As a self-proclaimed “exceptional frog fisherman,” I’m a bit taken aback by his showing me up, but I chalk it up to luck and continue plugging away in a new direction. Turns out, there’s no luck involved.
Tharp catches two more bass from my previous spot, then swaps over to my new location and hammers a few more. Serves me right – at some point, I had given up, and thinking you’re not going to catch any fish usually means you’re actually not going to catch any fish.
Tharp’s competitive side gets the better of him. He starts rubbing it in with a big grin as he notes that he has me down 10 to two. I decide to let my pride take a hit and stop casting for a few minutes to watch the master work.
He fires out a cast as far as he can and then slowly, slowly works the frog back. His rod tip twitches in bursts of six, then pauses for five to 10 seconds at a time. Looking in the direction of his frog I can’t tell it’s moving until it’s within 30 feet of the boat.
Taking note, I heave out my frog. As I begin to retrieve it I make a conscious effort not to move too far, too fast and force myself to let the frog sit for an eternity at a time. After firing at one spot for three casts, a 4-pounder explodes on the frog on about the seven-count of a pause.
Bowed up, I drag the fish in through all the muck and mat, then casually inform Tharp that this “tournament” is no longer about catching the most fish, just the biggest.
Weigh it Down
After sitting in the one spot and catching fish after fish for about an hour and a half we finally take off in search of something new. On our next stop Tharp has a massive blowup and feverishly hauls in a bass in the 4-pound range.
At this point, our little competition is in full swing, but Tharp humors me by divulging a few more of his frog-fishing tips.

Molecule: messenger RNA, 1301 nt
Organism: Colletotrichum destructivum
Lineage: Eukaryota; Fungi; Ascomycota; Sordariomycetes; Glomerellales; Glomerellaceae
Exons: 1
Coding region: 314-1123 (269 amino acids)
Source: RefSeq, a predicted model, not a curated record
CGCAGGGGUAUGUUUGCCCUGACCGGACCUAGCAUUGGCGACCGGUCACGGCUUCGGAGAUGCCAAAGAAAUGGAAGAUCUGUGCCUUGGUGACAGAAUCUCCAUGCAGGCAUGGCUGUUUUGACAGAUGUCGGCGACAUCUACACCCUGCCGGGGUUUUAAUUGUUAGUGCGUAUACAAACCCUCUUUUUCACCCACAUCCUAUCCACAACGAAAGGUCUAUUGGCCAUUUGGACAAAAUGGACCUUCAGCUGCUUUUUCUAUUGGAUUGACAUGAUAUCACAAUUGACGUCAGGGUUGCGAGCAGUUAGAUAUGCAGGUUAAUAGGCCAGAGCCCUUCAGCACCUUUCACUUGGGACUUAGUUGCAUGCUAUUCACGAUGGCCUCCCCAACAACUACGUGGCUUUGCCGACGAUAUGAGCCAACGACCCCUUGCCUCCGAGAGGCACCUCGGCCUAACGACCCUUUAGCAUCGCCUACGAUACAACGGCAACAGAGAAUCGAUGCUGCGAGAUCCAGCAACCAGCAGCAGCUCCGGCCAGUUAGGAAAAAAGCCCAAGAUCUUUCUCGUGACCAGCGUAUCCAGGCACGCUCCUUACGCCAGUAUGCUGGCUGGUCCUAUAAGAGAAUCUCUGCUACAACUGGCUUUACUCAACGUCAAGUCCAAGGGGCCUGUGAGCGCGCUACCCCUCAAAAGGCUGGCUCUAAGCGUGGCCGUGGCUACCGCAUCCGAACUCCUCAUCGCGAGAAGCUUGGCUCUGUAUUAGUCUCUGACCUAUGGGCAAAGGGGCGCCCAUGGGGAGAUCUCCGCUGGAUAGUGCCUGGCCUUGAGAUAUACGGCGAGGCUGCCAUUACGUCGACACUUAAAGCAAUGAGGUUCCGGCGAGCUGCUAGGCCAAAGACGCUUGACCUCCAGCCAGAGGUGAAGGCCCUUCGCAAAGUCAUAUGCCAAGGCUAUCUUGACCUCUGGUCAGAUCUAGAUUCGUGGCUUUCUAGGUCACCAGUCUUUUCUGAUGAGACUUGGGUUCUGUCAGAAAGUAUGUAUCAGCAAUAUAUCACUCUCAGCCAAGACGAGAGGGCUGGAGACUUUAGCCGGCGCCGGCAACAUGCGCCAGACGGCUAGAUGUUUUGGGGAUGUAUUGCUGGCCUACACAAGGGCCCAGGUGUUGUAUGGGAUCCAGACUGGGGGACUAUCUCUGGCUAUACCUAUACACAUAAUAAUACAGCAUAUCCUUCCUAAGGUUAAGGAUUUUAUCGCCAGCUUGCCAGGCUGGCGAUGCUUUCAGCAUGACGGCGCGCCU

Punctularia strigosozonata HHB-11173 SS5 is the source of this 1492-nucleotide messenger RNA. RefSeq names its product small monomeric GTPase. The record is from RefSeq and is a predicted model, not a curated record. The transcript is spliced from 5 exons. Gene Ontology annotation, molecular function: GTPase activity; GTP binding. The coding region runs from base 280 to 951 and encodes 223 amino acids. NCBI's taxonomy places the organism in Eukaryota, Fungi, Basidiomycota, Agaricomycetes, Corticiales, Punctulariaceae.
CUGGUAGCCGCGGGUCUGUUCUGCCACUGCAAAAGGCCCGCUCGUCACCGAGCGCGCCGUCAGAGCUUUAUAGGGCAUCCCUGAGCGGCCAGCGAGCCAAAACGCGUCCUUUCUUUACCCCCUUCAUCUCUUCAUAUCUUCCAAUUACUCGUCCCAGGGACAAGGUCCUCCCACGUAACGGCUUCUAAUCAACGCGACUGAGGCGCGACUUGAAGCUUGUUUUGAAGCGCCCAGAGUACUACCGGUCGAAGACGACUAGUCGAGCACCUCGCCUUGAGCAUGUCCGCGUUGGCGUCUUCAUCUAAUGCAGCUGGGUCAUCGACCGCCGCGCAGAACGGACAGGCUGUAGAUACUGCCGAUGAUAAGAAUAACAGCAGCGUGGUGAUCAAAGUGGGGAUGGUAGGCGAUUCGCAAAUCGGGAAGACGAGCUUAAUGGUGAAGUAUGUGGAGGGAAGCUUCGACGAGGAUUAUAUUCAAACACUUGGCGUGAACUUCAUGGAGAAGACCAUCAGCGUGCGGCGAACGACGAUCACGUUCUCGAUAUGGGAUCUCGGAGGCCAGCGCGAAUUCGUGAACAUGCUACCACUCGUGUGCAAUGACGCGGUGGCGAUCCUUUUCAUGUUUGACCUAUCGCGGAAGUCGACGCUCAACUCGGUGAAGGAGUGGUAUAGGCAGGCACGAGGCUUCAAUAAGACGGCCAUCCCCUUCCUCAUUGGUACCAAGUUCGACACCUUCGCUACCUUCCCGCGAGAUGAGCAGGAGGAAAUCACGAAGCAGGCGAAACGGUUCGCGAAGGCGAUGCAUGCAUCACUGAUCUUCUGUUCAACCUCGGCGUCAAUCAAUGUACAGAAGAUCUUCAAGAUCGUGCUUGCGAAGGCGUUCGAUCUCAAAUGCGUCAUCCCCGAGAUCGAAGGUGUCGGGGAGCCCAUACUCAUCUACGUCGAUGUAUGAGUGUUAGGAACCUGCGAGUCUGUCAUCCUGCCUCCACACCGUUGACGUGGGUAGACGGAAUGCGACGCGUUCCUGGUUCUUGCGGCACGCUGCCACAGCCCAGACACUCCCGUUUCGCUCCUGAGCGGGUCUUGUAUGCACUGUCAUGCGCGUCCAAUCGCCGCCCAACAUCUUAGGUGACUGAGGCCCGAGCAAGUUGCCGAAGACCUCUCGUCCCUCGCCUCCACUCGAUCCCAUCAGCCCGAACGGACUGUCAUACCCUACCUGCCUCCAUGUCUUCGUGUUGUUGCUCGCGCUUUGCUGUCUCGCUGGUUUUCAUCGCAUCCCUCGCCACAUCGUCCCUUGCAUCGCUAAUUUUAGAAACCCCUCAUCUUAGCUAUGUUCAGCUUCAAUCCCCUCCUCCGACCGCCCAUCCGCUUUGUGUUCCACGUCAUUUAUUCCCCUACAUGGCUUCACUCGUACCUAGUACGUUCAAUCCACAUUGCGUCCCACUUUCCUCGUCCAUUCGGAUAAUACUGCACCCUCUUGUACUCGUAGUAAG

Shaking his frog he asks, “Hear it?”
Something inside the frog rattles.
“It’s split shot,” he says as he pulls a couple more from his pocket. He shows how he pushes them through the hook hole of the hollow-bodied frog in order to add more weight.
“You see how thick that slime is?” he asks, pointing to the thick layer of sludge atop the mat. “This frog will actually sink if you set it in the water, but the added weight makes it cut through that slime so the fish can find it.”
Pulling our frogs through the same patch of slime, I can tell that his is leaving a deeper, more defined trail.
Working a mat, Tharp suddenly spots a blowup and fires to it. The frog lands within a foot of the hole, but when he works the frog back across it, nothing. He reels in and casts again, plopping the frog down within a foot of the hole for a second time. Still nothing. This goes on for about six casts over 10 minutes, and then finally the mat actually rises up and the frog disappears in a swirl of green weed and white water. A swift, strong hookset brings a 4 1/2-pounder flying up through the mat. Patience paid off, and persistence won the fish.
“Sometimes you just have to pester these fish into biting,” Tharp says. “If I miss a big one I’ll throw on it for 30 minutes. And eventually, he’ll bite.”
Tharp explains how the fish never left the spot he was in and likely saw the frog each time it came by. Reluctantly it ate the lure out of pure frustration.
Tharp’s strategies require you to slow down and ignore a few of modern tournament bass fishing’s conventions, primarily that you have to be constantly on the move and covering water. The results, however, speak for themselves for this big-bass, matted-grass expert.
• Target the “hard edge” formed where emergent grass walls up alongside a matted grass canopy when punching large beds.
• Listen for the sound of bluegills feeding on insects. Where you find bluegills, you’ll find grass bass.
• Once you find an active mat, stop and work slowly with a frog. Line up casts side-by-side and make repeated presentations. Work it slowly with frequent pauses.
• By dropping a few split shot into the frog’s belly, it’ll not only rattle, but will also create a deeper profile in the mat that make it easier for bass to find.
• If you see a bass blow up, or if one misses your frog, throw back to that spot over and over. It might take 30 minutes, but the fish should bite again.